Close the life of the grill and let the bacon cook for between 7 and 10 minutes. This will depend on the thickness of your bacon.

After this time, lift the lid and flip the bacon using your tongs. Then, you can carry on cooking your bacon until it is cooked to your liking.

Once they are cooked, allow them to drain for up to 2 minutes on a paper towel so that they remain crispy. 

You don’t have to use a skillet for this method, you can create a two zone fire and place the back straight onto the cooking grate on the cooler side.

You shouldn’t place them onto the hot side, as the bacon will just burn.

On the cooler side, you will cook the bacon for 2 to 3 minutes, and turn them a couple of times to avoid them burning. 

Or try using a wire rack on your grill. The wire rack is a similar method to the oven method, but you are using your grill instead.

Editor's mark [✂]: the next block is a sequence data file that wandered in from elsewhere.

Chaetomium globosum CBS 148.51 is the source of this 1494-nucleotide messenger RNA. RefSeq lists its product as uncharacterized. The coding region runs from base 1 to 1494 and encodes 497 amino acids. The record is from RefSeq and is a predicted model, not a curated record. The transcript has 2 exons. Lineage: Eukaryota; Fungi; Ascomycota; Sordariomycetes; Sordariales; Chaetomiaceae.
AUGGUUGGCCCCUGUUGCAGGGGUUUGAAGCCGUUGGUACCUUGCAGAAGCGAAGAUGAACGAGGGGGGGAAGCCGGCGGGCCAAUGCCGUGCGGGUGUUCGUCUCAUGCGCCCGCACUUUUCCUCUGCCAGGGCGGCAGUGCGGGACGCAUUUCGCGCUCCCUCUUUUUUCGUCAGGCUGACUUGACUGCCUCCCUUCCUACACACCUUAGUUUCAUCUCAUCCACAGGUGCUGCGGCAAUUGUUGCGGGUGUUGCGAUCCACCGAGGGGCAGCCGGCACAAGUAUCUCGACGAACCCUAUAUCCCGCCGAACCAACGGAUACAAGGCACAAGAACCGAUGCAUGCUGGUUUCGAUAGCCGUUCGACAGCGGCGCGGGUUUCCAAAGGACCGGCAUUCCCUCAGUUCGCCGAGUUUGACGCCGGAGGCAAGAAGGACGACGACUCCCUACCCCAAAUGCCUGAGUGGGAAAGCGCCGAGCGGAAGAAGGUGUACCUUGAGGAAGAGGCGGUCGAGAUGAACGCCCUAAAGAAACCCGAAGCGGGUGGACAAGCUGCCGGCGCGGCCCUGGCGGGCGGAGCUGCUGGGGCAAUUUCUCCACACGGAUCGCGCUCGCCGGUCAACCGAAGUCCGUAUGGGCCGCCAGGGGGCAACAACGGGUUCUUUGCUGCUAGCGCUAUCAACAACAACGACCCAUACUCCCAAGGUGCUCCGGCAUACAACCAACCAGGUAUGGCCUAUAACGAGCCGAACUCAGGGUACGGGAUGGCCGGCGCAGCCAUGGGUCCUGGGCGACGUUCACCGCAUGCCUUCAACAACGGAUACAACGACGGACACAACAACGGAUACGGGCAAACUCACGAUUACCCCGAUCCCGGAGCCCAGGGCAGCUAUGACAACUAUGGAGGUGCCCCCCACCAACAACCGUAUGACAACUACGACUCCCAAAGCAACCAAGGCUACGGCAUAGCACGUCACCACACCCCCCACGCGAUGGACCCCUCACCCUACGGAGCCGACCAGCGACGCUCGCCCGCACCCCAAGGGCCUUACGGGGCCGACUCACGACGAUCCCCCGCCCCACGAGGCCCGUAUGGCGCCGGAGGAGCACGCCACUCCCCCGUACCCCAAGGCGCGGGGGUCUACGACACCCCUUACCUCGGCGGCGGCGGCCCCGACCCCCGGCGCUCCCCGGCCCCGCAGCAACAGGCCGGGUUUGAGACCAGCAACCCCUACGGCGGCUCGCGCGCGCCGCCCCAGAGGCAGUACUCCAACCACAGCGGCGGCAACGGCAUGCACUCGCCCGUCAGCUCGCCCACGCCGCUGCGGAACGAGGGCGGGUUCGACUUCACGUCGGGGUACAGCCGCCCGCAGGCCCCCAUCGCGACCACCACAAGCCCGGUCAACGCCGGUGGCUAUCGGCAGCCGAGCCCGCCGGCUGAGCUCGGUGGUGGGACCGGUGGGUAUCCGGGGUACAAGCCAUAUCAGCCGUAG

Put your wire rack on the cooking grate with the bacon already arranged on it and close your grills let. Then switch the heat off and allow the bacon to cook for around 2 minutes.

The bacon should be nice and crisp once you open the lid.

Microwave Method

The microwave method should be used as a last resort or if you don’t have much time. However, we wouldn’t recommend that you use this method very regularly. 

On a microwave safe plate, create a triple layer using a paper towel. Then place your stripes of bacon on top of the paper towels.

However, try to make sure that none of the edges are overlapping each other. Then you can microwave the bacon for between 3 and 6 minutes.

Halfway through, check on your bacon to see how it is doing. Then you can adjust your timings for how crispy you like your bacon to be done. 

How Do You Prepare Canadian Bacon?